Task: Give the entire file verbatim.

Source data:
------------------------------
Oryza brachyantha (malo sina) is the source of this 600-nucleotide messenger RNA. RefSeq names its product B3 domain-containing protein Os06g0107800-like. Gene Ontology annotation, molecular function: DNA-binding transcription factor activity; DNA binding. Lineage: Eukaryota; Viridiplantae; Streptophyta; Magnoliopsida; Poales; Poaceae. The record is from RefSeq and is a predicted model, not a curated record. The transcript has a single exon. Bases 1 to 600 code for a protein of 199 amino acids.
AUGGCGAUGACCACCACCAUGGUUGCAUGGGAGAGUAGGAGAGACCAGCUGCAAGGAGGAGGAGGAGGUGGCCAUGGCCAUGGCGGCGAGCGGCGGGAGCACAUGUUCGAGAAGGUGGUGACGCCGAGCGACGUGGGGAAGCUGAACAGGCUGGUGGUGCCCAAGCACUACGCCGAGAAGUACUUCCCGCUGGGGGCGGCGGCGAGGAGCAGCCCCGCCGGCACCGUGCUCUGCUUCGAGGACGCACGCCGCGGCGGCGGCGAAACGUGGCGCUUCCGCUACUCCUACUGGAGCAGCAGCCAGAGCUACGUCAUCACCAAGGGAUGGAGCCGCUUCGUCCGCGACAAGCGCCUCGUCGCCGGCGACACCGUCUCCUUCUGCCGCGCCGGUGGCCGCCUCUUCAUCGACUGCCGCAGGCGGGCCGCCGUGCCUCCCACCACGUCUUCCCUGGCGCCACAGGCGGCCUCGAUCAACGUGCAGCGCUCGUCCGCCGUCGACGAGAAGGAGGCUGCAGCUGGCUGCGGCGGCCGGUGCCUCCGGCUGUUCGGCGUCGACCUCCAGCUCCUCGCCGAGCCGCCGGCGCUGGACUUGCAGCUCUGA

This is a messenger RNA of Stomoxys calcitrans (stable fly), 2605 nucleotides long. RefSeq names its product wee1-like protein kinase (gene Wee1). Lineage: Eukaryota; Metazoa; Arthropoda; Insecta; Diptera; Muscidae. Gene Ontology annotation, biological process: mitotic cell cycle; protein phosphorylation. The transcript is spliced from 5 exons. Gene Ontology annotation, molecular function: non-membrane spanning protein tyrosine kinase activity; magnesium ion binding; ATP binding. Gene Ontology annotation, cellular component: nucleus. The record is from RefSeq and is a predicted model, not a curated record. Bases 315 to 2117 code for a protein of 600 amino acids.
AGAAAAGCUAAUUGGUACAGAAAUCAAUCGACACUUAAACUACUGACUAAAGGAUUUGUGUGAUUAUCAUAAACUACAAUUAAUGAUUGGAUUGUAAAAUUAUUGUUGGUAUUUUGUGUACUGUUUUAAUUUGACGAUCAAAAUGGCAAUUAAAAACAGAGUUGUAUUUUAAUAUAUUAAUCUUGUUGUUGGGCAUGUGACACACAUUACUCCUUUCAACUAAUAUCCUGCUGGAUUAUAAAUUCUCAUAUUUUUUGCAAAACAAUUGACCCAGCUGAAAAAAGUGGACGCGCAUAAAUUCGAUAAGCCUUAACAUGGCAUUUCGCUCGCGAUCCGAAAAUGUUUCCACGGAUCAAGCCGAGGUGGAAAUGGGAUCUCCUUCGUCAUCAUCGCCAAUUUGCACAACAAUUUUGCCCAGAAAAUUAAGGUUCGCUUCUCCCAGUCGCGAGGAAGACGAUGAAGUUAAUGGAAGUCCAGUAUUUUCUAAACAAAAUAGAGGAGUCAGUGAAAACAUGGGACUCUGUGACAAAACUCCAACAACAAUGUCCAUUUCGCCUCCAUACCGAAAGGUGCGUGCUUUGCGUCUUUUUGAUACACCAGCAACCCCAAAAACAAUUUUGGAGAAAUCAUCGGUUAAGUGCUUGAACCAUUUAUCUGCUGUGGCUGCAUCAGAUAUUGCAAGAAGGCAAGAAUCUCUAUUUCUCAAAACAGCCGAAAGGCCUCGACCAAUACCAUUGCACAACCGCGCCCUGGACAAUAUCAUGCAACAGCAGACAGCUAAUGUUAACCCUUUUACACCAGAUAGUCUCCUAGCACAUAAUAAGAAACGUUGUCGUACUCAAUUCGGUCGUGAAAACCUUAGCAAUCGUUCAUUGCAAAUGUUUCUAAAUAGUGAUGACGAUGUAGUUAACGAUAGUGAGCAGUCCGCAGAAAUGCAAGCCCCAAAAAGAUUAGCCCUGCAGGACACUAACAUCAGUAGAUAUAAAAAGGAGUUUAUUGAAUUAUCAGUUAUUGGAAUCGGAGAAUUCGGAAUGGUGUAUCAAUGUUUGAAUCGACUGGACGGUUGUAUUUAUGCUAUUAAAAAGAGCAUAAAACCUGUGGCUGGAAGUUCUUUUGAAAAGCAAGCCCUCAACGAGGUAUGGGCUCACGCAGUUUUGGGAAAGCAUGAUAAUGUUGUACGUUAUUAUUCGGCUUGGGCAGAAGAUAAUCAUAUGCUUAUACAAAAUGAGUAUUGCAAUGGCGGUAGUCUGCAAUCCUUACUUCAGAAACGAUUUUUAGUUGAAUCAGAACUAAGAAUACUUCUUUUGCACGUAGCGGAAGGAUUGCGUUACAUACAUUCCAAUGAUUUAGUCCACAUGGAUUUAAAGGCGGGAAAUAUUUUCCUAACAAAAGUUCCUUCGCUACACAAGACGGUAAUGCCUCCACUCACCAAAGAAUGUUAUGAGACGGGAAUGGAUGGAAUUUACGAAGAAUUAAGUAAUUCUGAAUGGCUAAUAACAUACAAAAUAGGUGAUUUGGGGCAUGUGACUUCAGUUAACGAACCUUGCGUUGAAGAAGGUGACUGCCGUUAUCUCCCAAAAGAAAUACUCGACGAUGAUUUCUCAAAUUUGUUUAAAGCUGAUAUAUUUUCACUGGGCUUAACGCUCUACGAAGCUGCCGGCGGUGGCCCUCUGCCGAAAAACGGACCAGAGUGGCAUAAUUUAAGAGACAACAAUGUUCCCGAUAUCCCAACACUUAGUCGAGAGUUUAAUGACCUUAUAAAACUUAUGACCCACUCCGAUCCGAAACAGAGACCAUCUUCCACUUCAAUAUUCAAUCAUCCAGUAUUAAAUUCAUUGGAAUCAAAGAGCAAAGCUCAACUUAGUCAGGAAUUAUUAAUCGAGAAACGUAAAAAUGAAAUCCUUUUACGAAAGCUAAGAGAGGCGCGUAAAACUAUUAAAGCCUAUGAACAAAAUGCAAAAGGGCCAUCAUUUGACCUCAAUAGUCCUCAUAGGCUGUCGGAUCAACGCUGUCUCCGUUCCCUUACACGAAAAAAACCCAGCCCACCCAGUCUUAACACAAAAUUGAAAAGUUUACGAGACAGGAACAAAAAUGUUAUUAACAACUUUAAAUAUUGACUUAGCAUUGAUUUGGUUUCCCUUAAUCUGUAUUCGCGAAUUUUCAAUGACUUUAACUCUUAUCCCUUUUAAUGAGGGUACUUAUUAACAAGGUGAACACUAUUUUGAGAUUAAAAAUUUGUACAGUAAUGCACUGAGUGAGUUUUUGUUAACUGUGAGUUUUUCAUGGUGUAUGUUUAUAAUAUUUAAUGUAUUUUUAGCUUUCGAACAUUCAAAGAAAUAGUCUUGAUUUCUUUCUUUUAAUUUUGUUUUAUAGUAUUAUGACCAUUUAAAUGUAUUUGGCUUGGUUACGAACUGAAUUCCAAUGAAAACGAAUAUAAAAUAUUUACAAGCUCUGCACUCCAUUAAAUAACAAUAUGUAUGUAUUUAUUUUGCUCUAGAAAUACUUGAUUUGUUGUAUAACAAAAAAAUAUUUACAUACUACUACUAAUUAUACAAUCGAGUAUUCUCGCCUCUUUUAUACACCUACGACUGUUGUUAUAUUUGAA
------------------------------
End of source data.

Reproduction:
Oryza brachyantha (malo sina) is the source of this 600-nucleotide messenger RNA. RefSeq names its product B3 domain-containing protein Os06g0107800-like. Gene Ontology annotation, molecular function: DNA-binding transcription factor activity; DNA binding. Lineage: Eukaryota; Viridiplantae; Streptophyta; Magnoliopsida; Poales; Poaceae. The record is from RefSeq and is a predicted model, not a curated record. The transcript has a single exon. Bases 1 to 600 code for a protein of 199 amino acids.
AUGGCGAUGACCACCACCAUGGUUGCAUGGGAGAGUAGGAGAGACCAGCUGCAAGGAGGAGGAGGAGGUGGCCAUGGCCAUGGCGGCGAGCGGCGGGAGCACAUGUUCGAGAAGGUGGUGACGCCGAGCGACGUGGGGAAGCUGAACAGGCUGGUGGUGCCCAAGCACUACGCCGAGAAGUACUUCCCGCUGGGGGCGGCGGCGAGGAGCAGCCCCGCCGGCACCGUGCUCUGCUUCGAGGACGCACGCCGCGGCGGCGGCGAAACGUGGCGCUUCCGCUACUCCUACUGGAGCAGCAGCCAGAGCUACGUCAUCACCAAGGGAUGGAGCCGCUUCGUCCGCGACAAGCGCCUCGUCGCCGGCGACACCGUCUCCUUCUGCCGCGCCGGUGGCCGCCUCUUCAUCGACUGCCGCAGGCGGGCCGCCGUGCCUCCCACCACGUCUUCCCUGGCGCCACAGGCGGCCUCGAUCAACGUGCAGCGCUCGUCCGCCGUCGACGAGAAGGAGGCUGCAGCUGGCUGCGGCGGCCGGUGCCUCCGGCUGUUCGGCGUCGACCUCCAGCUCCUCGCCGAGCCGCCGGCGCUGGACUUGCAGCUCUGA

This is a messenger RNA of Stomoxys calcitrans (stable fly), 2605 nucleotides long. RefSeq names its product wee1-like protein kinase (gene Wee1). Lineage: Eukaryota; Metazoa; Arthropoda; Insecta; Diptera; Muscidae. Gene Ontology annotation, biological process: mitotic cell cycle; protein phosphorylation. The transcript is spliced from 5 exons. Gene Ontology annotation, molecular function: non-membrane spanning protein tyrosine kinase activity; magnesium ion binding; ATP binding. Gene Ontology annotation, cellular component: nucleus. The record is from RefSeq and is a predicted model, not a curated record. Bases 315 to 2117 code for a protein of 600 amino acids.
AGAAAAGCUAAUUGGUACAGAAAUCAAUCGACACUUAAACUACUGACUAAAGGAUUUGUGUGAUUAUCAUAAACUACAAUUAAUGAUUGGAUUGUAAAAUUAUUGUUGGUAUUUUGUGUACUGUUUUAAUUUGACGAUCAAAAUGGCAAUUAAAAACAGAGUUGUAUUUUAAUAUAUUAAUCUUGUUGUUGGGCAUGUGACACACAUUACUCCUUUCAACUAAUAUCCUGCUGGAUUAUAAAUUCUCAUAUUUUUUGCAAAACAAUUGACCCAGCUGAAAAAAGUGGACGCGCAUAAAUUCGAUAAGCCUUAACAUGGCAUUUCGCUCGCGAUCCGAAAAUGUUUCCACGGAUCAAGCCGAGGUGGAAAUGGGAUCUCCUUCGUCAUCAUCGCCAAUUUGCACAACAAUUUUGCCCAGAAAAUUAAGGUUCGCUUCUCCCAGUCGCGAGGAAGACGAUGAAGUUAAUGGAAGUCCAGUAUUUUCUAAACAAAAUAGAGGAGUCAGUGAAAACAUGGGACUCUGUGACAAAACUCCAACAACAAUGUCCAUUUCGCCUCCAUACCGAAAGGUGCGUGCUUUGCGUCUUUUUGAUACACCAGCAACCCCAAAAACAAUUUUGGAGAAAUCAUCGGUUAAGUGCUUGAACCAUUUAUCUGCUGUGGCUGCAUCAGAUAUUGCAAGAAGGCAAGAAUCUCUAUUUCUCAAAACAGCCGAAAGGCCUCGACCAAUACCAUUGCACAACCGCGCCCUGGACAAUAUCAUGCAACAGCAGACAGCUAAUGUUAACCCUUUUACACCAGAUAGUCUCCUAGCACAUAAUAAGAAACGUUGUCGUACUCAAUUCGGUCGUGAAAACCUUAGCAAUCGUUCAUUGCAAAUGUUUCUAAAUAGUGAUGACGAUGUAGUUAACGAUAGUGAGCAGUCCGCAGAAAUGCAAGCCCCAAAAAGAUUAGCCCUGCAGGACACUAACAUCAGUAGAUAUAAAAAGGAGUUUAUUGAAUUAUCAGUUAUUGGAAUCGGAGAAUUCGGAAUGGUGUAUCAAUGUUUGAAUCGACUGGACGGUUGUAUUUAUGCUAUUAAAAAGAGCAUAAAACCUGUGGCUGGAAGUUCUUUUGAAAAGCAAGCCCUCAACGAGGUAUGGGCUCACGCAGUUUUGGGAAAGCAUGAUAAUGUUGUACGUUAUUAUUCGGCUUGGGCAGAAGAUAAUCAUAUGCUUAUACAAAAUGAGUAUUGCAAUGGCGGUAGUCUGCAAUCCUUACUUCAGAAACGAUUUUUAGUUGAAUCAGAACUAAGAAUACUUCUUUUGCACGUAGCGGAAGGAUUGCGUUACAUACAUUCCAAUGAUUUAGUCCACAUGGAUUUAAAGGCGGGAAAUAUUUUCCUAACAAAAGUUCCUUCGCUACACAAGACGGUAAUGCCUCCACUCACCAAAGAAUGUUAUGAGACGGGAAUGGAUGGAAUUUACGAAGAAUUAAGUAAUUCUGAAUGGCUAAUAACAUACAAAAUAGGUGAUUUGGGGCAUGUGACUUCAGUUAACGAACCUUGCGUUGAAGAAGGUGACUGCCGUUAUCUCCCAAAAGAAAUACUCGACGAUGAUUUCUCAAAUUUGUUUAAAGCUGAUAUAUUUUCACUGGGCUUAACGCUCUACGAAGCUGCCGGCGGUGGCCCUCUGCCGAAAAACGGACCAGAGUGGCAUAAUUUAAGAGACAACAAUGUUCCCGAUAUCCCAACACUUAGUCGAGAGUUUAAUGACCUUAUAAAACUUAUGACCCACUCCGAUCCGAAACAGAGACCAUCUUCCACUUCAAUAUUCAAUCAUCCAGUAUUAAAUUCAUUGGAAUCAAAGAGCAAAGCUCAACUUAGUCAGGAAUUAUUAAUCGAGAAACGUAAAAAUGAAAUCCUUUUACGAAAGCUAAGAGAGGCGCGUAAAACUAUUAAAGCCUAUGAACAAAAUGCAAAAGGGCCAUCAUUUGACCUCAAUAGUCCUCAUAGGCUGUCGGAUCAACGCUGUCUCCGUUCCCUUACACGAAAAAAACCCAGCCCACCCAGUCUUAACACAAAAUUGAAAAGUUUACGAGACAGGAACAAAAAUGUUAUUAACAACUUUAAAUAUUGACUUAGCAUUGAUUUGGUUUCCCUUAAUCUGUAUUCGCGAAUUUUCAAUGACUUUAACUCUUAUCCCUUUUAAUGAGGGUACUUAUUAACAAGGUGAACACUAUUUUGAGAUUAAAAAUUUGUACAGUAAUGCACUGAGUGAGUUUUUGUUAACUGUGAGUUUUUCAUGGUGUAUGUUUAUAAUAUUUAAUGUAUUUUUAGCUUUCGAACAUUCAAAGAAAUAGUCUUGAUUUCUUUCUUUUAAUUUUGUUUUAUAGUAUUAUGACCAUUUAAAUGUAUUUGGCUUGGUUACGAACUGAAUUCCAAUGAAAACGAAUAUAAAAUAUUUACAAGCUCUGCACUCCAUUAAAUAACAAUAUGUAUGUAUUUAUUUUGCUCUAGAAAUACUUGAUUUGUUGUAUAACAAAAAAAUAUUUACAUACUACUACUAAUUAUACAAUCGAGUAUUCUCGCCUCUUUUAUACACCUACGACUGUUGUUAUAUUUGAA